One way in which human services have sought to react to this problem, and to develop a more democratic and politically progressive form of practice, has been to move from a needs-based to a rights-based approach (Reichert, 2003, 2007 ; Ife, 2008). This has had considerable intuitive appeal. The idea of rights implies, somehow, a more active role for the person concerned, and moves away from the “deficit” that is inherent in a needs-based approach. It is thus more consistent with the “strengths perspective” which has been influential in recent years (Saleeby, 2006). The idea of “human rights” has become popular, and has been used to invest social practice with an apparently progressive idea. It is worth noting that human rights represents, in the current political context of western societies, perhaps the only progressive political discourse with widespread appeal and reasonable legitimacy. As socialism is apparently discredited (though in my view unjustly so), and anything identified too closely with “the left” is automatically suspect, human rights remains a legitimate discourse which can be used to pursue the aims of social justice, and broader ideas of a fair society. For this reason, human rights discourse, despite the problems associated with it, should not be dismissed lightly. The enthusiasm for human rights, held by many in the community and particularly by human service practitioners, can represent a powerful reassertion of human values in the face of neo-liberal market-based ideologies, where the needs of economies are placed before the needs of people, and where people must suffer so that economies can flourish, rather than vice versa. For this reason, there is value in embracing human rights as a basis for practice, but this should not be done without critique and analysis. Yet to criticise human rights is potentially dangerous, as in the current climate it can simply reinforce the views of those who believe, with Bentham (2001), that human rights are “nonsense on stilts”, and should not be allowed to get in the way of the important business of creating wealth and ensuring political stability, by whatever means are necessary. A critique of human rights cannot occur in a political or ideological vacuum ; human rights are, by their very nature, political and ideological, despite the superficially “non-political” stance taken by some human rights organisations such as Amnesty International. Critique is essential if human rights are to be conceptually robust, however among those who wish to advocate human rights as a basis for human service practice, there has been a remarkable lack of critique of the concept – indeed in some circles to offer such a critique is regarded as heresy – and a lack of willingness to engage with philosophical analysis and debate about the very idea of human rights, about which there is a substantial literature (Hayden, 2001 ; Campbell et al., 2001 ; Herbert, 2003 ; Douzinas, 2000, 2007 ; Orend, 2002). Thus there has developed a gap between human rights theorists and human rights practitioners, a gap that needs to be bridged.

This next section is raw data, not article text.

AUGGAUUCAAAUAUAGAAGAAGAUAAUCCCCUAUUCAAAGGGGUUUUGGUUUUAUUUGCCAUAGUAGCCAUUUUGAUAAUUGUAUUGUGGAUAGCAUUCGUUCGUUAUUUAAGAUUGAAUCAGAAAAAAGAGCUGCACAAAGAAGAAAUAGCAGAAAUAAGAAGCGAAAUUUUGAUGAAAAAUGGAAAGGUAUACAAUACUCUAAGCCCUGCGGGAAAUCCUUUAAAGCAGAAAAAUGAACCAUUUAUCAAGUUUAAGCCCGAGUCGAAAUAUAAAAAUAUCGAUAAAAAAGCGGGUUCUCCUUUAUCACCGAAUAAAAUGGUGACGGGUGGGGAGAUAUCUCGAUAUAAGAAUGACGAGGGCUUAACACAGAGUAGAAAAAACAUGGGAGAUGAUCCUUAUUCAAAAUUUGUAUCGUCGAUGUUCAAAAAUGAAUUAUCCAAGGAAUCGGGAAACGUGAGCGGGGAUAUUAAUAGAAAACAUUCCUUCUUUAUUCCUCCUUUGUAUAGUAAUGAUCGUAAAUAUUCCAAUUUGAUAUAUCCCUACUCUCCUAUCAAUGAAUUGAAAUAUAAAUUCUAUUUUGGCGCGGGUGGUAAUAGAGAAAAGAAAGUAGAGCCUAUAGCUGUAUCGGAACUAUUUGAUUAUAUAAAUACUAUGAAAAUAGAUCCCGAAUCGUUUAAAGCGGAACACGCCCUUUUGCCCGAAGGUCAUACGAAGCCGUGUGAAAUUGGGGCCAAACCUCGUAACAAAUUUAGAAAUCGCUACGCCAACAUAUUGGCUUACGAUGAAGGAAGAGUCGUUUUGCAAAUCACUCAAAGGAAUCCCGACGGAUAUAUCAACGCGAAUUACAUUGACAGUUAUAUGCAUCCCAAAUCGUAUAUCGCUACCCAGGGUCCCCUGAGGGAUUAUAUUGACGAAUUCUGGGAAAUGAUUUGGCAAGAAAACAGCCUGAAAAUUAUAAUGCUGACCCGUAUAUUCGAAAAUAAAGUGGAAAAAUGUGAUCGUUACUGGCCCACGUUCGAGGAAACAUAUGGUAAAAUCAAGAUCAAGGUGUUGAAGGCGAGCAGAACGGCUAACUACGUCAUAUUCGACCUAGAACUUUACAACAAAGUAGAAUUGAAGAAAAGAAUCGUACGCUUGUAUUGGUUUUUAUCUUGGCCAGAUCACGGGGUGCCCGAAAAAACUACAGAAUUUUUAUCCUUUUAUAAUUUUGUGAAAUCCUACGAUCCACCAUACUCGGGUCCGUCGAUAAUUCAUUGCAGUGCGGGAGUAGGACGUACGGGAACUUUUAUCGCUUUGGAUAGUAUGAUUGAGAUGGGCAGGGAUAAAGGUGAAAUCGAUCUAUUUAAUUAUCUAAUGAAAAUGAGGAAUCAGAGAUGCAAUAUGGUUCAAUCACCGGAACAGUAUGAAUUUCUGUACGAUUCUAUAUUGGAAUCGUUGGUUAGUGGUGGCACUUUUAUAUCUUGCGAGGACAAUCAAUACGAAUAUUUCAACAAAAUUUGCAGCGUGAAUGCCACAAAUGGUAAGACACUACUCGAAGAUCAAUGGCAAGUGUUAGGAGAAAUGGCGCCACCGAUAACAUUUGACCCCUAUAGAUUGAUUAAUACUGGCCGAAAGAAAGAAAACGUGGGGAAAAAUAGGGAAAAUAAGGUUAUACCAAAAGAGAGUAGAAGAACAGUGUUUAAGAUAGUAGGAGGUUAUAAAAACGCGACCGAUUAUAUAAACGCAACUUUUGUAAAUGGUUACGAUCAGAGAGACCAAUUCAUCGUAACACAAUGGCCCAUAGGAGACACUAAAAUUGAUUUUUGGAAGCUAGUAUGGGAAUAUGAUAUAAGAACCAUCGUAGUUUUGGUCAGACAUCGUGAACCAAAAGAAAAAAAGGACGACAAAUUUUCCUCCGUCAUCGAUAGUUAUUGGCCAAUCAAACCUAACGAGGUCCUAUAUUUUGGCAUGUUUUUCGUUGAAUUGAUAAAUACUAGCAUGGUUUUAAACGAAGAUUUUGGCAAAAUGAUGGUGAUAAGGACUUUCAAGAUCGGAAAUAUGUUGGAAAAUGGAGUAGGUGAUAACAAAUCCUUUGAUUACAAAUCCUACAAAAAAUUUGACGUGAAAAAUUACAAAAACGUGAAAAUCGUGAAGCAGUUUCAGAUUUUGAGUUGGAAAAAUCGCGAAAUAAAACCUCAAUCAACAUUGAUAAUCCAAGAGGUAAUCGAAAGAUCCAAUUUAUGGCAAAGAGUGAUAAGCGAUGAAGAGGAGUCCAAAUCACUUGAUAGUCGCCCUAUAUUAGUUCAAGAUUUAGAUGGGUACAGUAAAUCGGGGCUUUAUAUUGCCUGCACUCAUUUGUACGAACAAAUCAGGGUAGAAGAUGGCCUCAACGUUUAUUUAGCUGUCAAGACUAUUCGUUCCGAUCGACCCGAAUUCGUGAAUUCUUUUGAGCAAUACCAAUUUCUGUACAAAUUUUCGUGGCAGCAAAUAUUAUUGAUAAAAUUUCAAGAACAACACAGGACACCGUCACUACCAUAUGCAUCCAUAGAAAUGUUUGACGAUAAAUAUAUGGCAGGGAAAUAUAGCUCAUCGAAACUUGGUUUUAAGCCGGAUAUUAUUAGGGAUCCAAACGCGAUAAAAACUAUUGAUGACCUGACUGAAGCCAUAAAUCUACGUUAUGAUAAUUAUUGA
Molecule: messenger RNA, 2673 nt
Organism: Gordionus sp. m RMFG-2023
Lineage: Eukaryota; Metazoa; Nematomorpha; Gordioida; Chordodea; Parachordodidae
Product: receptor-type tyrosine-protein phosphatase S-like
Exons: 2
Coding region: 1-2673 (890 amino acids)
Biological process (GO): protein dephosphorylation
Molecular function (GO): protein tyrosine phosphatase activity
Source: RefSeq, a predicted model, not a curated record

In this sense, rights have been treated the same way as needs, as if their nature and “existence” are non-problematic, and there is no place for critique or philosophical puzzlement. Like “needs”, the idea of human rights is thoroughly embedded within modernity, and has been constructed in such a way that it privileges the expert and marginalises democratic participation. There are two aspects of conventional human rights discourse that clearly epitomise this. The first is the common ascription of human rights as universal. Universality commonly implies the application of the same construction of human rights, and the same human rights regime, everywhere in the world, under the ideal of furthering something understood as a “common humanity”. Such a perspective, while intuitively appealing and rhetorically strong, readily masks cultural difference, and has been criticised as the imposition of a western view of “humanity” on the rest of the world (Aziz, 1999 ; Pereira, 1997). This critique, of course, has been frequently misused to justify repressive regimes – for example in Burma, in Indonesia during the Suharto era, in China, and to a lesser extent in some other Asian countries – and to justify why they should not be held to account for their actions in suppressing political dissent. However, despite this, the critique of naive universalism in human rights remains important. The idea of a single, common humanity is very much an Enlightenment legacy (Carroll, 2004), and represents the humanist ideal which has been used as the justification for colonisation and the apparently benign “improvement” of subject peoples. Living at a time when the universal humanist ideal is eroding if not collapsing, something called “universal” human rights seems somewhat outdated, and not relevant for a world characterised by diversity and the “death of the meta-narrative”.